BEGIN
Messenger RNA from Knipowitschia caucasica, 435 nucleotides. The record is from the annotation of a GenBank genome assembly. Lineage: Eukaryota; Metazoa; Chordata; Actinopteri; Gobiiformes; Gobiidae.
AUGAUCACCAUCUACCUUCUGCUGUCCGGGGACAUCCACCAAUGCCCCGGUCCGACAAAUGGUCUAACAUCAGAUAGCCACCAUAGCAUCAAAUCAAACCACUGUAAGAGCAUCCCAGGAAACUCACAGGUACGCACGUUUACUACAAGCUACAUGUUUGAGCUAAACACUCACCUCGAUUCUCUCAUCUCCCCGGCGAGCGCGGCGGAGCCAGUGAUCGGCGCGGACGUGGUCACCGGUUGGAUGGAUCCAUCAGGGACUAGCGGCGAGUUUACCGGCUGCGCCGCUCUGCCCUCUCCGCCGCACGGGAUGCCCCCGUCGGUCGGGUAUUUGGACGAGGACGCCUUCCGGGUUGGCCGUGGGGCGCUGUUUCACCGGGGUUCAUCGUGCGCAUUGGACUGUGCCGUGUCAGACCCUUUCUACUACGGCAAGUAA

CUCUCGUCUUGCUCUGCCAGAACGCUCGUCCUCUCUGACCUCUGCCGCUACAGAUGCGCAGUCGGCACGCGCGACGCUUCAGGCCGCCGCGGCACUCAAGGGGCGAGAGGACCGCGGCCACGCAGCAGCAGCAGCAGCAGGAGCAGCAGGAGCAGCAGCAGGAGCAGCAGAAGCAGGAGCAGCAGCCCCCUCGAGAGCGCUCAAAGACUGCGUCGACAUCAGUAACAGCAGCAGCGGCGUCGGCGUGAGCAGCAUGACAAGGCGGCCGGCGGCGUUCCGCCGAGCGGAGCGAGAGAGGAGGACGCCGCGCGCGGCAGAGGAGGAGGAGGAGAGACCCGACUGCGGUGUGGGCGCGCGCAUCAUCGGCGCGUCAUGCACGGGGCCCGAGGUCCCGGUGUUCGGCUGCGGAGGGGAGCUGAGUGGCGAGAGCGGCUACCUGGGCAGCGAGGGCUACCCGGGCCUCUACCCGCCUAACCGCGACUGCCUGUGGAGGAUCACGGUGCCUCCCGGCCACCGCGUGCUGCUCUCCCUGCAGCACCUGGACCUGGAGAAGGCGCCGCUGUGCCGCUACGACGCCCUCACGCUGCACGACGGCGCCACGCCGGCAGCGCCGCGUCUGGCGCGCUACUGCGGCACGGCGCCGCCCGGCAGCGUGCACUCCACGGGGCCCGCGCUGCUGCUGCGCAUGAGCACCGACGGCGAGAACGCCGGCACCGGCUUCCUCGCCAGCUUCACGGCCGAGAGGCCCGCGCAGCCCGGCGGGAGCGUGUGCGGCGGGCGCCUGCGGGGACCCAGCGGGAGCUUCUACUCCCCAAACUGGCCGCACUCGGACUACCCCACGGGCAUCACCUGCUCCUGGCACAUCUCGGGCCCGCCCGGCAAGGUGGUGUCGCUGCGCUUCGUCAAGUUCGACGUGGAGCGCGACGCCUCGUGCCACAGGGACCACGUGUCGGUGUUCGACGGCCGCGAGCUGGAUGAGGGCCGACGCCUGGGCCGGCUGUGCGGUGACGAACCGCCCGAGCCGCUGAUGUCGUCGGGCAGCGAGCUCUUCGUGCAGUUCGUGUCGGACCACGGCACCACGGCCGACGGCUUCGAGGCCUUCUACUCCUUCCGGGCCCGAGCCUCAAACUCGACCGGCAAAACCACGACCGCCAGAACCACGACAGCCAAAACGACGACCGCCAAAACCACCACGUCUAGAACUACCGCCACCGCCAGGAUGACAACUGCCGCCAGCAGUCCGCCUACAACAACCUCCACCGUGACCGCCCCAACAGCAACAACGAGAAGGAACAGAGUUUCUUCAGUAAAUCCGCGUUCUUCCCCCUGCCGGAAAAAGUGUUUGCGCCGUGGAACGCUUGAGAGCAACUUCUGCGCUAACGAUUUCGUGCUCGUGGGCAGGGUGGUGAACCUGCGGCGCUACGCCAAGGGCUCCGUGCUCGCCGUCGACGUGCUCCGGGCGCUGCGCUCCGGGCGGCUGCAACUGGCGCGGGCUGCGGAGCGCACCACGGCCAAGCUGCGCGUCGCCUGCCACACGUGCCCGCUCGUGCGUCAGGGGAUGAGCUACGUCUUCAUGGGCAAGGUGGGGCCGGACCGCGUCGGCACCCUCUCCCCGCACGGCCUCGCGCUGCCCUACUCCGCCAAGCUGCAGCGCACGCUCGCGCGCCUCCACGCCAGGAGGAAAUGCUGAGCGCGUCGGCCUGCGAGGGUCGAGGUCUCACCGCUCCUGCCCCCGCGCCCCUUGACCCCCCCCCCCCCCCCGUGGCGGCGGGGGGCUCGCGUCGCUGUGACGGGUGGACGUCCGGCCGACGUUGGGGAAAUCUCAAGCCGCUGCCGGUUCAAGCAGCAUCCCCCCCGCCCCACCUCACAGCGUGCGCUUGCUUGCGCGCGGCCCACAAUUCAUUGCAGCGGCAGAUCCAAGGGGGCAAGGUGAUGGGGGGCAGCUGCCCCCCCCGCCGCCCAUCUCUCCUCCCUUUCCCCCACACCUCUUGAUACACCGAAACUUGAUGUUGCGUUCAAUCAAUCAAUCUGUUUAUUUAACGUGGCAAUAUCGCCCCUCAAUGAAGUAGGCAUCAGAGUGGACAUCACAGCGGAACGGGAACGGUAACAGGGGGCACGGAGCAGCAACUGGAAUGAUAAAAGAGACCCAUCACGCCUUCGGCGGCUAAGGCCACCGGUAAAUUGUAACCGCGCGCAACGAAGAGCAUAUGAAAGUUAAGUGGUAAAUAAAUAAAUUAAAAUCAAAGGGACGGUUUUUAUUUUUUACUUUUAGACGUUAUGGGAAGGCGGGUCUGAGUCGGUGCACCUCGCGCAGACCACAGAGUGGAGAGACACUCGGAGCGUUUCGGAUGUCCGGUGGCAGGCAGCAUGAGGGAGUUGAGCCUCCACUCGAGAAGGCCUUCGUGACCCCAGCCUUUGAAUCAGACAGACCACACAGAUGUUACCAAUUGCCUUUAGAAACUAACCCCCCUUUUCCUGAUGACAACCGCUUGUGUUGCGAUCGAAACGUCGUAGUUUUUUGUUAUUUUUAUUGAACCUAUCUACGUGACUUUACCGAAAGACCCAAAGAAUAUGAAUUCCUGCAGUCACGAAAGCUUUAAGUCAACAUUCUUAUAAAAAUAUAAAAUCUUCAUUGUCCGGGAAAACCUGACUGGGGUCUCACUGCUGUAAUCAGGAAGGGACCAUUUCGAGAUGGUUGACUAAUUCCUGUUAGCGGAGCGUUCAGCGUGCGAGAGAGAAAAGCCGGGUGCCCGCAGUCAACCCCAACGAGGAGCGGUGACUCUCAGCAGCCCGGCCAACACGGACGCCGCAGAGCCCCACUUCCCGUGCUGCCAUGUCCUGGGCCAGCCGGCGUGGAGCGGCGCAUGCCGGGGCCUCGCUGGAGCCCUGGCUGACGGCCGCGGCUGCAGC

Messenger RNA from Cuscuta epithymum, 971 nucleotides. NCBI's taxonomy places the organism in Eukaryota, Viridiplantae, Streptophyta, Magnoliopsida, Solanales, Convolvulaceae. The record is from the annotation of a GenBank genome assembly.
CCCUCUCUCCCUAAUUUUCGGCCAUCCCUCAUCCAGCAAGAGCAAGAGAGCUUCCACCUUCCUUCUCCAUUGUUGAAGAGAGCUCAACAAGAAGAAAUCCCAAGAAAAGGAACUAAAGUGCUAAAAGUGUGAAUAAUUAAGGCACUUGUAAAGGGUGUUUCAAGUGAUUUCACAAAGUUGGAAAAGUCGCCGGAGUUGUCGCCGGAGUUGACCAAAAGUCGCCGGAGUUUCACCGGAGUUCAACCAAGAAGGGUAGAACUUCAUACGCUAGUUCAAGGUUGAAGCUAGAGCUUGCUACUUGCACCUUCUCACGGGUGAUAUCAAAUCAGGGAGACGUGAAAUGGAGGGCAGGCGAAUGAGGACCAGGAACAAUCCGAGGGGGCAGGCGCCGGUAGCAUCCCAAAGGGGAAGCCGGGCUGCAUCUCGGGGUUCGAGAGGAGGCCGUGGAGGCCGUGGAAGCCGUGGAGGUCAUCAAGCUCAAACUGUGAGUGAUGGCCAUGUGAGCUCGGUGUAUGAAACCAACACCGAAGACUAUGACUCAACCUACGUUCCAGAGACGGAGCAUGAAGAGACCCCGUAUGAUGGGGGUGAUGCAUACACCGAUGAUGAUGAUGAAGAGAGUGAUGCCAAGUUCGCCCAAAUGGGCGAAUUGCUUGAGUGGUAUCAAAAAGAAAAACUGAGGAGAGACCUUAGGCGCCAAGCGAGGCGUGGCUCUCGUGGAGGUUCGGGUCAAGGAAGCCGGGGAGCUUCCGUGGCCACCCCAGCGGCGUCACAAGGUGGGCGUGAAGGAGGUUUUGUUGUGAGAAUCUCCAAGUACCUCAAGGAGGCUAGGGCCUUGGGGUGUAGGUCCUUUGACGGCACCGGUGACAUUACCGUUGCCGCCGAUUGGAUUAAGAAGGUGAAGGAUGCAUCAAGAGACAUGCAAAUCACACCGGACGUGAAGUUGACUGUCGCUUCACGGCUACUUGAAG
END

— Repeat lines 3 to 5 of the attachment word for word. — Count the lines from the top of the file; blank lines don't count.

CUCUCGUCUUGCUCUGCCAGAACGCUCGUCCUCUCUGACCUCUGCCGCUACAGAUGCGCAGUCGGCACGCGCGACGCUUCAGGCCGCCGCGGCACUCAAGGGGCGAGAGGACCGCGGCCACGCAGCAGCAGCAGCAGCAGGAGCAGCAGGAGCAGCAGCAGGAGCAGCAGAAGCAGGAGCAGCAGCCCCCUCGAGAGCGCUCAAAGACUGCGUCGACAUCAGUAACAGCAGCAGCGGCGUCGGCGUGAGCAGCAUGACAAGGCGGCCGGCGGCGUUCCGCCGAGCGGAGCGAGAGAGGAGGACGCCGCGCGCGGCAGAGGAGGAGGAGGAGAGACCCGACUGCGGUGUGGGCGCGCGCAUCAUCGGCGCGUCAUGCACGGGGCCCGAGGUCCCGGUGUUCGGCUGCGGAGGGGAGCUGAGUGGCGAGAGCGGCUACCUGGGCAGCGAGGGCUACCCGGGCCUCUACCCGCCUAACCGCGACUGCCUGUGGAGGAUCACGGUGCCUCCCGGCCACCGCGUGCUGCUCUCCCUGCAGCACCUGGACCUGGAGAAGGCGCCGCUGUGCCGCUACGACGCCCUCACGCUGCACGACGGCGCCACGCCGGCAGCGCCGCGUCUGGCGCGCUACUGCGGCACGGCGCCGCCCGGCAGCGUGCACUCCACGGGGCCCGCGCUGCUGCUGCGCAUGAGCACCGACGGCGAGAACGCCGGCACCGGCUUCCUCGCCAGCUUCACGGCCGAGAGGCCCGCGCAGCCCGGCGGGAGCGUGUGCGGCGGGCGCCUGCGGGGACCCAGCGGGAGCUUCUACUCCCCAAACUGGCCGCACUCGGACUACCCCACGGGCAUCACCUGCUCCUGGCACAUCUCGGGCCCGCCCGGCAAGGUGGUGUCGCUGCGCUUCGUCAAGUUCGACGUGGAGCGCGACGCCUCGUGCCACAGGGACCACGUGUCGGUGUUCGACGGCCGCGAGCUGGAUGAGGGCCGACGCCUGGGCCGGCUGUGCGGUGACGAACCGCCCGAGCCGCUGAUGUCGUCGGGCAGCGAGCUCUUCGUGCAGUUCGUGUCGGACCACGGCACCACGGCCGACGGCUUCGAGGCCUUCUACUCCUUCCGGGCCCGAGCCUCAAACUCGACCGGCAAAACCACGACCGCCAGAACCACGACAGCCAAAACGACGACCGCCAAAACCACCACGUCUAGAACUACCGCCACCGCCAGGAUGACAACUGCCGCCAGCAGUCCGCCUACAACAACCUCCACCGUGACCGCCCCAACAGCAACAACGAGAAGGAACAGAGUUUCUUCAGUAAAUCCGCGUUCUUCCCCCUGCCGGAAAAAGUGUUUGCGCCGUGGAACGCUUGAGAGCAACUUCUGCGCUAACGAUUUCGUGCUCGUGGGCAGGGUGGUGAACCUGCGGCGCUACGCCAAGGGCUCCGUGCUCGCCGUCGACGUGCUCCGGGCGCUGCGCUCCGGGCGGCUGCAACUGGCGCGGGCUGCGGAGCGCACCACGGCCAAGCUGCGCGUCGCCUGCCACACGUGCCCGCUCGUGCGUCAGGGGAUGAGCUACGUCUUCAUGGGCAAGGUGGGGCCGGACCGCGUCGGCACCCUCUCCCCGCACGGCCUCGCGCUGCCCUACUCCGCCAAGCUGCAGCGCACGCUCGCGCGCCUCCACGCCAGGAGGAAAUGCUGAGCGCGUCGGCCUGCGAGGGUCGAGGUCUCACCGCUCCUGCCCCCGCGCCCCUUGACCCCCCCCCCCCCCCCGUGGCGGCGGGGGGCUCGCGUCGCUGUGACGGGUGGACGUCCGGCCGACGUUGGGGAAAUCUCAAGCCGCUGCCGGUUCAAGCAGCAUCCCCCCCGCCCCACCUCACAGCGUGCGCUUGCUUGCGCGCGGCCCACAAUUCAUUGCAGCGGCAGAUCCAAGGGGGCAAGGUGAUGGGGGGCAGCUGCCCCCCCCGCCGCCCAUCUCUCCUCCCUUUCCCCCACACCUCUUGAUACACCGAAACUUGAUGUUGCGUUCAAUCAAUCAAUCUGUUUAUUUAACGUGGCAAUAUCGCCCCUCAAUGAAGUAGGCAUCAGAGUGGACAUCACAGCGGAACGGGAACGGUAACAGGGGGCACGGAGCAGCAACUGGAAUGAUAAAAGAGACCCAUCACGCCUUCGGCGGCUAAGGCCACCGGUAAAUUGUAACCGCGCGCAACGAAGAGCAUAUGAAAGUUAAGUGGUAAAUAAAUAAAUUAAAAUCAAAGGGACGGUUUUUAUUUUUUACUUUUAGACGUUAUGGGAAGGCGGGUCUGAGUCGGUGCACCUCGCGCAGACCACAGAGUGGAGAGACACUCGGAGCGUUUCGGAUGUCCGGUGGCAGGCAGCAUGAGGGAGUUGAGCCUCCACUCGAGAAGGCCUUCGUGACCCCAGCCUUUGAAUCAGACAGACCACACAGAUGUUACCAAUUGCCUUUAGAAACUAACCCCCCUUUUCCUGAUGACAACCGCUUGUGUUGCGAUCGAAACGUCGUAGUUUUUUGUUAUUUUUAUUGAACCUAUCUACGUGACUUUACCGAAAGACCCAAAGAAUAUGAAUUCCUGCAGUCACGAAAGCUUUAAGUCAACAUUCUUAUAAAAAUAUAAAAUCUUCAUUGUCCGGGAAAACCUGACUGGGGUCUCACUGCUGUAAUCAGGAAGGGACCAUUUCGAGAUGGUUGACUAAUUCCUGUUAGCGGAGCGUUCAGCGUGCGAGAGAGAAAAGCCGGGUGCCCGCAGUCAACCCCAACGAGGAGCGGUGACUCUCAGCAGCCCGGCCAACACGGACGCCGCAGAGCCCCACUUCCCGUGCUGCCAUGUCCUGGGCCAGCCGGCGUGGAGCGGCGCAUGCCGGGGCCUCGCUGGAGCCCUGGCUGACGGCCGCGGCUGCAGC

Messenger RNA from Cuscuta epithymum, 971 nucleotides. NCBI's taxonomy places the organism in Eukaryota, Viridiplantae, Streptophyta, Magnoliopsida, Solanales, Convolvulaceae. The record is from the annotation of a GenBank genome assembly.
CCCUCUCUCCCUAAUUUUCGGCCAUCCCUCAUCCAGCAAGAGCAAGAGAGCUUCCACCUUCCUUCUCCAUUGUUGAAGAGAGCUCAACAAGAAGAAAUCCCAAGAAAAGGAACUAAAGUGCUAAAAGUGUGAAUAAUUAAGGCACUUGUAAAGGGUGUUUCAAGUGAUUUCACAAAGUUGGAAAAGUCGCCGGAGUUGUCGCCGGAGUUGACCAAAAGUCGCCGGAGUUUCACCGGAGUUCAACCAAGAAGGGUAGAACUUCAUACGCUAGUUCAAGGUUGAAGCUAGAGCUUGCUACUUGCACCUUCUCACGGGUGAUAUCAAAUCAGGGAGACGUGAAAUGGAGGGCAGGCGAAUGAGGACCAGGAACAAUCCGAGGGGGCAGGCGCCGGUAGCAUCCCAAAGGGGAAGCCGGGCUGCAUCUCGGGGUUCGAGAGGAGGCCGUGGAGGCCGUGGAAGCCGUGGAGGUCAUCAAGCUCAAACUGUGAGUGAUGGCCAUGUGAGCUCGGUGUAUGAAACCAACACCGAAGACUAUGACUCAACCUACGUUCCAGAGACGGAGCAUGAAGAGACCCCGUAUGAUGGGGGUGAUGCAUACACCGAUGAUGAUGAUGAAGAGAGUGAUGCCAAGUUCGCCCAAAUGGGCGAAUUGCUUGAGUGGUAUCAAAAAGAAAAACUGAGGAGAGACCUUAGGCGCCAAGCGAGGCGUGGCUCUCGUGGAGGUUCGGGUCAAGGAAGCCGGGGAGCUUCCGUGGCCACCCCAGCGGCGUCACAAGGUGGGCGUGAAGGAGGUUUUGUUGUGAGAAUCUCCAAGUACCUCAAGGAGGCUAGGGCCUUGGGGUGUAGGUCCUUUGACGGCACCGGUGACAUUACCGUUGCCGCCGAUUGGAUUAAGAAGGUGAAGGAUGCAUCAAGAGACAUGCAAAUCACACCGGACGUGAAGUUGACUGUCGCUUCACGGCUACUUGAAG